* Includes publications given by the data provider as well as publications identified by ClinicalTrials.gov Identifier (NCT Number) in Medline.
|Recruitment Status ICMJE||Recruiting|
|Estimated Enrollment ICMJE||500|
|Completion Date||Not Provided|
|Primary Completion Date||Not Provided|
|Eligibility Criteria ICMJE||
Inclusion Criteria for all groups
Must have a primary care professional who will continue standard of care/evaluation in tandem with the protocol to whom information and recommendations can be communicated.
Inclusion Criteria for Group 1: Healthy Volunteers
Adult males or females aged 18-50 at time of enrollment.
Inclusion Criteria for Group 2: AD patients
A. Confirmed diagnosis of AD (UK Working Party s Diagnostic Criteria)24
B. Moderate to severe AD SCORAD greater than or equal to 25(25)
C. Greater than or equal to 1 affected antecubital (or popliteal) fossae at time of enrollment to serve as a target site.
Inclusion Criteria for Group 3: Healthy (pediatric) Controls
A. Males or females 2 18 years of age.
Inclusion Criteria for Groups 4, 5, & 6: AD/HIES/WAS/DOCK8 patients
A. Must have mutation-proven diagnosis, with or without eczematous dermatitis.
Exclusion Criteria for all groups:
Exclusion Criteria specific for Group 2: AD patients
A. Unable to remain off systemic (oral) antibiotics or systemic (oral) steroids for at least 7 days prior to body site sampling. Unable to temporarily discontinue use of topical steroids or calcineurin inhibitors for 7 days to small areas of skin intended for sampling. (Topical therapies/emollients for AD may be continued to non-adjacent, nontarget sites.)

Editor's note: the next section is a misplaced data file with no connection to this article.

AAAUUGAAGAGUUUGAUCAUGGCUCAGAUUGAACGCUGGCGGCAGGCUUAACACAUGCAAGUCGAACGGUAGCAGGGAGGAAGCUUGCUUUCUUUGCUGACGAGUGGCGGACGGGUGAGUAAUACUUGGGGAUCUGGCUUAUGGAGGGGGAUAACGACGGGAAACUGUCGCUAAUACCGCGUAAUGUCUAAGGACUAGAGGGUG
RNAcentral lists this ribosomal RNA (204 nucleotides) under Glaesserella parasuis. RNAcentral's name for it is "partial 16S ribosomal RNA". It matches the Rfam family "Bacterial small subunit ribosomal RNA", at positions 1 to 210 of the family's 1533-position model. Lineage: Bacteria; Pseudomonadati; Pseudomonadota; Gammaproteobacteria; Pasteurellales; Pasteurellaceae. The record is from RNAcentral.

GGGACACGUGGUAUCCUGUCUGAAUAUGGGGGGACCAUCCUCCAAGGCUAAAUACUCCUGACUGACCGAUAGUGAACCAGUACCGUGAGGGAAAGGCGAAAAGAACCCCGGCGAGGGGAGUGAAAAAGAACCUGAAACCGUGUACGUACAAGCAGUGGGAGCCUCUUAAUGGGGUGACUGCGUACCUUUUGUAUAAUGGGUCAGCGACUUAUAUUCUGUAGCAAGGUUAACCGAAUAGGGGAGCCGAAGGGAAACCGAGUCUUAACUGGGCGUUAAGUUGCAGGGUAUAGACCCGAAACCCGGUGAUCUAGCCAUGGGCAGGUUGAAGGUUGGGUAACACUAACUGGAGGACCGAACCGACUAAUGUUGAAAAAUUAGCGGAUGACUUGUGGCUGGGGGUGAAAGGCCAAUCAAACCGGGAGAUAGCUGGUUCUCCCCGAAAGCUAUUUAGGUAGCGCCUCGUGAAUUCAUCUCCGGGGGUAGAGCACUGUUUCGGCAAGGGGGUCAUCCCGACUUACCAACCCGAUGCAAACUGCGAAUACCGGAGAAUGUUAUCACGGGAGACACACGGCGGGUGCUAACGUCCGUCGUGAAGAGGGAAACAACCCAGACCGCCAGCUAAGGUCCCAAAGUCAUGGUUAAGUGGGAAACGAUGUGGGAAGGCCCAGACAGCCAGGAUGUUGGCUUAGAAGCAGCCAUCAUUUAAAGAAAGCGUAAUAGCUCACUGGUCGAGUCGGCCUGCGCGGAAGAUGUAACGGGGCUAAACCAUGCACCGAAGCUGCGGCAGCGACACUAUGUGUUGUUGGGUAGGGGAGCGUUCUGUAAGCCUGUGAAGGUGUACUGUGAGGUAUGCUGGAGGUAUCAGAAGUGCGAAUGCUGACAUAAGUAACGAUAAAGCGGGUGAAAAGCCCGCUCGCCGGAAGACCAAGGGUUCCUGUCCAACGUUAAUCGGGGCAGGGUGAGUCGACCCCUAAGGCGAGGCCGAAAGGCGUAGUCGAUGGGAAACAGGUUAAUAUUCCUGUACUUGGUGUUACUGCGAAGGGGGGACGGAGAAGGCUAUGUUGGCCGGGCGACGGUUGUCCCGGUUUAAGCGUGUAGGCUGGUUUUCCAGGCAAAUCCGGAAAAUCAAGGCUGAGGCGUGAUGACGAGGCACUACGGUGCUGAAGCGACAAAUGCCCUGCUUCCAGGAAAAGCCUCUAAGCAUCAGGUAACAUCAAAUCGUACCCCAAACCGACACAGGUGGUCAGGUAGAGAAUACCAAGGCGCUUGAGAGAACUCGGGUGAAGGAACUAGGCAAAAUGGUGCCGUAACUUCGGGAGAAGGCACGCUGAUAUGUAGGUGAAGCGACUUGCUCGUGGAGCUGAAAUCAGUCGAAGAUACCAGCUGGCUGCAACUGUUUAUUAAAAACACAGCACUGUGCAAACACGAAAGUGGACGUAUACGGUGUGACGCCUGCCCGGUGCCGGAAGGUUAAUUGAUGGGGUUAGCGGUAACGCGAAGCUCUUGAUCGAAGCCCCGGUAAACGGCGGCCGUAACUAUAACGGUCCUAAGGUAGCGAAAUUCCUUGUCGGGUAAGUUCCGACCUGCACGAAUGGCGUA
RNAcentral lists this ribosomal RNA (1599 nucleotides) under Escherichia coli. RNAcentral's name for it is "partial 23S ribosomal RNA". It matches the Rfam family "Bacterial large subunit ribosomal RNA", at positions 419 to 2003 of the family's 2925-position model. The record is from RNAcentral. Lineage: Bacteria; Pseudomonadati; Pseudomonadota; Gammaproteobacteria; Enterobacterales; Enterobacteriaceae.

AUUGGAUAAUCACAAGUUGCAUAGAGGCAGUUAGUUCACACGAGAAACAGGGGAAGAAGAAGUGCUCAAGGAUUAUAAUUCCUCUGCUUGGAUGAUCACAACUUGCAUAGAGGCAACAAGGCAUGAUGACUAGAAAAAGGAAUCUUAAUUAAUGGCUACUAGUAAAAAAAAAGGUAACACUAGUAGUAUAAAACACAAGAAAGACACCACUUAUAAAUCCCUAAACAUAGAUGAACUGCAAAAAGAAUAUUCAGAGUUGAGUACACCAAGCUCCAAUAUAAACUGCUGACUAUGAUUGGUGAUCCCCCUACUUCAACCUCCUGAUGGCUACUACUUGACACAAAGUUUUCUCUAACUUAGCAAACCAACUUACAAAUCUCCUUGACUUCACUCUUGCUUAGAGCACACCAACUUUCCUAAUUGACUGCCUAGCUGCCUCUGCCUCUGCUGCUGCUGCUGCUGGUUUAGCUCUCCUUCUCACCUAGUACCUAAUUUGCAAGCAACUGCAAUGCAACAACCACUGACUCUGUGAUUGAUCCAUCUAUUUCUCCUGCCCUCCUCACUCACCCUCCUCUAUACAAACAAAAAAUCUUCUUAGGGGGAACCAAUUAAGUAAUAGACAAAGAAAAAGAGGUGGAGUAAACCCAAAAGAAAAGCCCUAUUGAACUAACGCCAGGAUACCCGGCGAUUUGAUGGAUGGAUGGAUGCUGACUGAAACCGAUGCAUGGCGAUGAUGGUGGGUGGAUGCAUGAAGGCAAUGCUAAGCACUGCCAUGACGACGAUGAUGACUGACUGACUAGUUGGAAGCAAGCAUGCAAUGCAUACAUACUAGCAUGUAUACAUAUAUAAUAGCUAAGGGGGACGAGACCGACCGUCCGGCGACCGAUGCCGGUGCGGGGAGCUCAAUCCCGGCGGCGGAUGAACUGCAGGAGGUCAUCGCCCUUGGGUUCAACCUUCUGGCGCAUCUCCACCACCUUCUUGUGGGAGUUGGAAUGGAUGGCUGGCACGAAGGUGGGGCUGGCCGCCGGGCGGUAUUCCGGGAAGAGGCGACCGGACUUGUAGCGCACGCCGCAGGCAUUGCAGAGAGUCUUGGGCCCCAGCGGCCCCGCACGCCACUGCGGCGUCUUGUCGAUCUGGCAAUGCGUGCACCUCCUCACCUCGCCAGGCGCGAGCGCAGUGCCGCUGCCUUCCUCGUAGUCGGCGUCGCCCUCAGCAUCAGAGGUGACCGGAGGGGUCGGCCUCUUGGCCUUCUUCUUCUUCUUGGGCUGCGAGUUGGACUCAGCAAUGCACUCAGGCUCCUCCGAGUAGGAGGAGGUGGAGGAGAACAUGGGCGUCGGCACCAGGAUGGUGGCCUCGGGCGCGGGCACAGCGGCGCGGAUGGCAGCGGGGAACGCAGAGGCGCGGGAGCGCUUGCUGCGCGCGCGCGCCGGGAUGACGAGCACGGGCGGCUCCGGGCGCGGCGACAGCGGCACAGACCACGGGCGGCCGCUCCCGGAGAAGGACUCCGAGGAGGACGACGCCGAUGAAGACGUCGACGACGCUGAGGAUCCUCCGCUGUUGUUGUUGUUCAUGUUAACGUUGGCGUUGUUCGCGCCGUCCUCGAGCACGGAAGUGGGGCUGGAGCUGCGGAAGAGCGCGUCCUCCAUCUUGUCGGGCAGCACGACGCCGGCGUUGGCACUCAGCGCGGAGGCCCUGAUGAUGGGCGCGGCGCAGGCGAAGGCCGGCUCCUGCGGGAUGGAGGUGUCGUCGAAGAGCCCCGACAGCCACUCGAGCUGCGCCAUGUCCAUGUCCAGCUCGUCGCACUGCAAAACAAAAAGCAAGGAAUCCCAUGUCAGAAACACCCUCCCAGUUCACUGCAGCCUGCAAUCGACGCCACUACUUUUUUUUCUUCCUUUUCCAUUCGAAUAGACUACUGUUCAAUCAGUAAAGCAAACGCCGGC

B. Underlying immunodeficiency, either as primary disease or secondary to treatment.
Exclusion Criteria specific for Groups 4, 5, & 6: HIES/WAS/DOCK8 patients:
A. Unable to remain off topical steroids and emollients for preferably 7 days but at least 24 hours prior to body site sampling.
Exclusion Criteria specific for Groups 1 & 3: Healthy Volunteers and Healthy (pediatric) Controls:
A. Underlying immunodeficiency, either as primary disease or secondary to treatment.
B. Other documented chronic dermatologic disease, such as AD or psoriasis that may interfere with evaluation of the cutaneous microbiome. Common transient conditions, such as acne, are permissible.
C. Subjects who provide direct healthcare or reside in healthcare facilities or in non-hospital settings such as assisted living facilities, homeless shelters, jails and prisons as well as subjects with frequent exposure to laboratory animals.
D. Subjects with asthma.
|Ages||2 Years to 50 Years|
|Accepts Healthy Volunteers||Yes|
|Location Countries ICMJE||United States|
|NCT Number ICMJE||NCT00605878|
|Other Study ID Numbers ICMJE||080059, 08-HG-0059|
|Has Data Monitoring Committee||Not Provided|
|Responsible Party||Not Provided|
|Study Sponsor ICMJE||National Human Genome Research Institute (NHGRI)|
|Collaborators ICMJE||Not Provided|
|Information Provided By||National Institutes of Health Clinical Center (CC)|
|Verification Date||April 2014|
ICMJE Data element required by the International Committee of Medical Journal Editors and the World Health Organization ICTRP